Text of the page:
Page last updated at 14:51 GMT, Monday, 16 February 2009

Nuclear future 'key for Scotland'

Nuclear power station
The UK Government wants to see a new generation of nuclear plants

Scotland needs to have a nuclear future to secure energy supplies and jobs, the Scottish secretary has insisted.

At a conference in Edinburgh, Jim Murphy underlined Westminster's intention to promote the expansion of nuclear energy.

The Scottish Government is opposed to building new nuclear plants and can effectively veto them through planning powers held at Holyrood.

But Mr Murphy said nuclear development was key to UK energy policy.

Westminster favours expansion to ensure security of energy supplies in the future and to help the UK meet its CO2 reduction targets.

Mr Murphy criticised the Scottish Government policy as contradicting the best interests of Scottish consumers and being at odds with political consensus across Europe.

It is a source of regret that such common sense thinking is not replicated here by the Scottish Government in Edinburgh
Jim Murphy
Scottish secretary

He told the conference that his father helped build South Africa's first nuclear power station when his family lived in that country in the 1980s.

"That experience shaped my family and my politics," he said.

He added: "Two-thirds of the world's carbon dioxide comes from energy use, so it is clear why achieving a balanced energy mix is essential to a climate change solution.

"It is a source of regret however that such common sense thinking is not replicated here by the Scottish Government in Edinburgh."

By 2025 all but one of Britain's nuclear stations will have ended service and without new nuclear plant Scotland may depend on electricity imported from across the border in peak periods.

Mr Murphy said: "Scottish self-reliance without new nuclear generation is imaginary."

'No appetite'

He said ministers in London had been "convinced" by the evidence for a new generation of power stations, better designed and more efficient than those they replaced.

"In contrast Scotland - or indeed your industry - is yet to hear any convincing energy-based argument against nuclear power generation from the SNP-led Scottish Government," he told the conference.

"While they refuse to permit the construction of new reactors here north of the border, they also refuse to offer any sophisticated argument for why this negative policy is in Scotland's interests," he said.

Mr Murphy said he was happy to work with the Scottish Government on this "important issue".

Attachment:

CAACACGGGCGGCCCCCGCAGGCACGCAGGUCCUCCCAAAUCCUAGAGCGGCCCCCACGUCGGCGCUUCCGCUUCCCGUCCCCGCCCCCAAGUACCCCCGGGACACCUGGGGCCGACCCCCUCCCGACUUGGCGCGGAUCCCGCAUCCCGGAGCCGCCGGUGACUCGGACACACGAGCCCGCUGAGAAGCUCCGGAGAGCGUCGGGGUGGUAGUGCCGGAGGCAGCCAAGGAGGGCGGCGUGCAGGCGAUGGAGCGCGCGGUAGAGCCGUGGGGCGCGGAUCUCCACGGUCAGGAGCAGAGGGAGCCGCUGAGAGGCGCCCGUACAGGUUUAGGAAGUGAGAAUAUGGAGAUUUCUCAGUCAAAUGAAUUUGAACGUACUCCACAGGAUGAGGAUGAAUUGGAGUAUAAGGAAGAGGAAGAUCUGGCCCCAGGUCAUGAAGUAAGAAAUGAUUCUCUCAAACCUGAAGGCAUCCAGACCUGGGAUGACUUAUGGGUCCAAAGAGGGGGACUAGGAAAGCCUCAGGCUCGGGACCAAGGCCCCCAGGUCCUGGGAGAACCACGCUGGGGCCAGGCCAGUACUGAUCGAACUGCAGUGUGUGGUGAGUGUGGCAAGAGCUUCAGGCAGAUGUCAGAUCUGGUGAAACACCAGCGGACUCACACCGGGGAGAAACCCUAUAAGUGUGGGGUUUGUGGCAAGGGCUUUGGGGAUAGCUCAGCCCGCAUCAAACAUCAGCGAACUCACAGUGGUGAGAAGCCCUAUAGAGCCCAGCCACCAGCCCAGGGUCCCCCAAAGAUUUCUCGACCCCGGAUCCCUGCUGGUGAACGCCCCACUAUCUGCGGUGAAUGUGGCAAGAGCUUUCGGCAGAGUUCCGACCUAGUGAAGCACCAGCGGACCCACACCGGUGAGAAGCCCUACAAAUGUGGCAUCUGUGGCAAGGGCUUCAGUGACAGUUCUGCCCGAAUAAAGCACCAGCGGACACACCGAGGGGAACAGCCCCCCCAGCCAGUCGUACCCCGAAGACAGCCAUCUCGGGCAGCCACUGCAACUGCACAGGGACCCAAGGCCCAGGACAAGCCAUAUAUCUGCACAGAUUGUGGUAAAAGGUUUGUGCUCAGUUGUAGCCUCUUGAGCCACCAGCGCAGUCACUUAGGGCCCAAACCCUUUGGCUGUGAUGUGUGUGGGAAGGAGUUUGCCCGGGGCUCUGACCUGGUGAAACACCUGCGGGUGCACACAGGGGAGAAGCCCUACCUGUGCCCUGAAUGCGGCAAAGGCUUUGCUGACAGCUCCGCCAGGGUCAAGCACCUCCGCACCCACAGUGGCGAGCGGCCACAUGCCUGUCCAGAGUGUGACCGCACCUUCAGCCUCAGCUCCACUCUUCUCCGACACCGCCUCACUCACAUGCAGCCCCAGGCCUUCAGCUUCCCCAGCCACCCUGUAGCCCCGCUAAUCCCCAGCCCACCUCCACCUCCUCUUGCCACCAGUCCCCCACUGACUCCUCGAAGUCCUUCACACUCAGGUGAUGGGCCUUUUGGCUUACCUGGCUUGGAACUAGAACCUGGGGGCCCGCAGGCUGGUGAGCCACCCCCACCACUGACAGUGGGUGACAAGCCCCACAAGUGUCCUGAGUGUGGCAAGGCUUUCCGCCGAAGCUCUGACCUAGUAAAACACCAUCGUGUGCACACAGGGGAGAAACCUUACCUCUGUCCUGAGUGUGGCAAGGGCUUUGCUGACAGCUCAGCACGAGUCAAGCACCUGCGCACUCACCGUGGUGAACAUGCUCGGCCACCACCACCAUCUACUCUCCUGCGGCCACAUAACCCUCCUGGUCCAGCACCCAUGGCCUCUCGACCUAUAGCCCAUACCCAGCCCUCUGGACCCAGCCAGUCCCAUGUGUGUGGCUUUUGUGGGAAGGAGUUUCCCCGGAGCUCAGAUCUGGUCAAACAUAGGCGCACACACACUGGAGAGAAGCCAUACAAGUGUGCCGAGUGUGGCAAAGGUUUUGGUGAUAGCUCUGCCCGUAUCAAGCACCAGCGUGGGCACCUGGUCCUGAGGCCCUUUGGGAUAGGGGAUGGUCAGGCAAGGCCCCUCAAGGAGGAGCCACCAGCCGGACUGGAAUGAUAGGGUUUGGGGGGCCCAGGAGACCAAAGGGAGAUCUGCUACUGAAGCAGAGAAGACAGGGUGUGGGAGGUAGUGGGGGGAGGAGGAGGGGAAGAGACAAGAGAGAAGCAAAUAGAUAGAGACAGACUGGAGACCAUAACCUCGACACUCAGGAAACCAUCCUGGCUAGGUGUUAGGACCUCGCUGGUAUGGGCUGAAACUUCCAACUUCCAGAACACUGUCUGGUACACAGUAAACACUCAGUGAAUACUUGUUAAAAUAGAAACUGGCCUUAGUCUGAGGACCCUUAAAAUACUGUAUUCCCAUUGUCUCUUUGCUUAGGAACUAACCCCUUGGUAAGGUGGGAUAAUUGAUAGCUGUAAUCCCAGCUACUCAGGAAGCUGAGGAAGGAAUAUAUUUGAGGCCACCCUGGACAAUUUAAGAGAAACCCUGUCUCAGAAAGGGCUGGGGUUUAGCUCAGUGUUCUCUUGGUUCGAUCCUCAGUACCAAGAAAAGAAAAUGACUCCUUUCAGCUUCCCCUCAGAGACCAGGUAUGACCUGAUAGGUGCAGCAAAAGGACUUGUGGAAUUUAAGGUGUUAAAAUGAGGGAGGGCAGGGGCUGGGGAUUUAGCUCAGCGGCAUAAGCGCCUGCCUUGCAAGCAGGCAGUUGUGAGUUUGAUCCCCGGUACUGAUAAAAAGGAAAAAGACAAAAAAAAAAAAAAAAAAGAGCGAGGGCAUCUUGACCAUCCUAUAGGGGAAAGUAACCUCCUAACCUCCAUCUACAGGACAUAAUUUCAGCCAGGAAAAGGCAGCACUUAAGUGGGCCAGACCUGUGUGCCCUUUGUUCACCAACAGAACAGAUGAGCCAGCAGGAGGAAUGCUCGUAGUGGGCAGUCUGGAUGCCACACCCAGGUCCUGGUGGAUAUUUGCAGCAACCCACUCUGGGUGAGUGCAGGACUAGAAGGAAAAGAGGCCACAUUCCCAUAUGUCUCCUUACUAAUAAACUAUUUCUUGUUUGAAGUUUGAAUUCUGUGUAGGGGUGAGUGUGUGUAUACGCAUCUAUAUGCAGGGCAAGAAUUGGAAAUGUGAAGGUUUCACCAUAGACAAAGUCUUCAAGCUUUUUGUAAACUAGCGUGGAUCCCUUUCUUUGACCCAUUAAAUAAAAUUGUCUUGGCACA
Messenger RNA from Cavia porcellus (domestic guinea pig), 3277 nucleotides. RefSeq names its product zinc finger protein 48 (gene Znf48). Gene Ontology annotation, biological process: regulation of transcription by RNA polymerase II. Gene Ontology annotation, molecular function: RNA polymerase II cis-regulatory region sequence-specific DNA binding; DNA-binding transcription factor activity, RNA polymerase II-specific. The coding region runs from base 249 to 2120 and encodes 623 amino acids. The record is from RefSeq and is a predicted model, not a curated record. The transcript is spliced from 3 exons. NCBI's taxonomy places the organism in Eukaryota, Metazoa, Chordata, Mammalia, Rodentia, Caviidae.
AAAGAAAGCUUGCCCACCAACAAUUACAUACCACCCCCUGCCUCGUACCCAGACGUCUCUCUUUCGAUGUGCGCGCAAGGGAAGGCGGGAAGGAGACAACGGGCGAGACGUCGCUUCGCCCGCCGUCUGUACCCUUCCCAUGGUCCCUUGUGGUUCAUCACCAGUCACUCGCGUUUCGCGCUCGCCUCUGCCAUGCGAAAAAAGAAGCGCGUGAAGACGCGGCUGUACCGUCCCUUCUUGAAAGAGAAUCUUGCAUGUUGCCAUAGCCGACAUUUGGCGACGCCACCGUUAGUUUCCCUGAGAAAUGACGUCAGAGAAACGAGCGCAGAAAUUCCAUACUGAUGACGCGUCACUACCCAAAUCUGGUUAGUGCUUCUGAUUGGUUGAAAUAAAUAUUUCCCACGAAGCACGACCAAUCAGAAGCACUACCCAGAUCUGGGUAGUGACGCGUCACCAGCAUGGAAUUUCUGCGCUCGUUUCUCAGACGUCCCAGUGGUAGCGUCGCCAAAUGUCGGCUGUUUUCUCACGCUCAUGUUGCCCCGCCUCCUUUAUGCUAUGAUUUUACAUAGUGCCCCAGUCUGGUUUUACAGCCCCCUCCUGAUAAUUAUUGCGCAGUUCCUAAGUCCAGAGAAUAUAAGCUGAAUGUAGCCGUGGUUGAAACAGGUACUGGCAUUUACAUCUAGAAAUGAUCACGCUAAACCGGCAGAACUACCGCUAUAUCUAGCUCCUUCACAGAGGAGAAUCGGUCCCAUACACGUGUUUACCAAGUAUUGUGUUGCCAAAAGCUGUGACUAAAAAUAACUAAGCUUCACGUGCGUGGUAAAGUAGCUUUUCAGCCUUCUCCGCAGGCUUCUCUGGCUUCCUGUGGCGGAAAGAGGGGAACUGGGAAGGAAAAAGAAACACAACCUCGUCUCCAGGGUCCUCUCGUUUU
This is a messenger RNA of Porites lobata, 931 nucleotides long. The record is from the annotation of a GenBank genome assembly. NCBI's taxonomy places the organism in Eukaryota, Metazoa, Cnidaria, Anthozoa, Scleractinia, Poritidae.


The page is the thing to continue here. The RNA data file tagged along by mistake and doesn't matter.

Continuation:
The fact of the matter is that there is no public acceptance of new Labour's dash for nuclear power in Scotland
Alistair Carmichael MP
Liberal Democrats

His comments came as the Crown Estate gave the go-ahead for companies to explore 10 offshore sites around Scotland with a view to developing wind farms.

But the SNP accused him of trying to "bully" Scottish Labour and Scotland into supporting nuclear energy.

A spokesman for the first minister said: "What a contrast - while Jim Murphy is addressing an audience of spin doctors for the nuclear industry, the first minister is opening the new offices of the latest marine renewables development company to choose Scotland as the base to develop, own and operate large-scale offshore wind farms globally.

"The Scottish secretary talks about 'common sense thinking' - it's a pity he doesn't follow his own advice.

"What could be more common sense than capitalising on Scotland's vast renewable energy potential, as the Scottish Government is doing, instead of Jim Murphy's blind faith in costly, dirty, dangerous and unreliable nuclear power."

He added: "Jim Murphy should recognise there is no appetite in Scotland for new nuclear power stations.

"Indeed there appears little appetite for them among many of his own party colleagues."

The Liberal Democrats also criticised the Scottish secretary's comments.

Alistair Carmichael MP said: "It is well known that the diary of the Secretary of State for Scotland does not suffer from being overfilled but one has to wonder exactly why Jim Murphy is attending a conference of this sort.

"The fact of the matter is that there is no public acceptance of new Labour's dash for nuclear power in Scotland."

'Energy security'

The Conservatives welcomed Mr Murphy's comments but urged the Labour party to unite on the nuclear issue.

Shadow Secretary of State David Mundell said: "I am a long-standing supporter of the conclusion that new nuclear capacity is needed if Scotland is going to meet both its energy needs and its carbon reduction targets.

"However, the single most important thing that Jim Murphy could be doing on this issue is working to unite the Scottish Labour MPs and MSPs behind those who want Scotland to be able to get its share of the UK's upcoming new-build nuclear investment.

"If the 46 Labour MSPs voted as one on this issue and his MP colleagues spoke with one voice, then we'd be a major step on towards that happening."

Lord O'Neil of Clackmannan, chairman of the UK Nuclear Industry Association, claimed figures had shown increasing support for nuclear in Scotland.

He said: "Clearly, an increasing number of Scottish people believe that the road to greater energy security in Scotland includes an increase in the use of nuclear power."

The nuclear industry employs about 9,000 people in Scotland.

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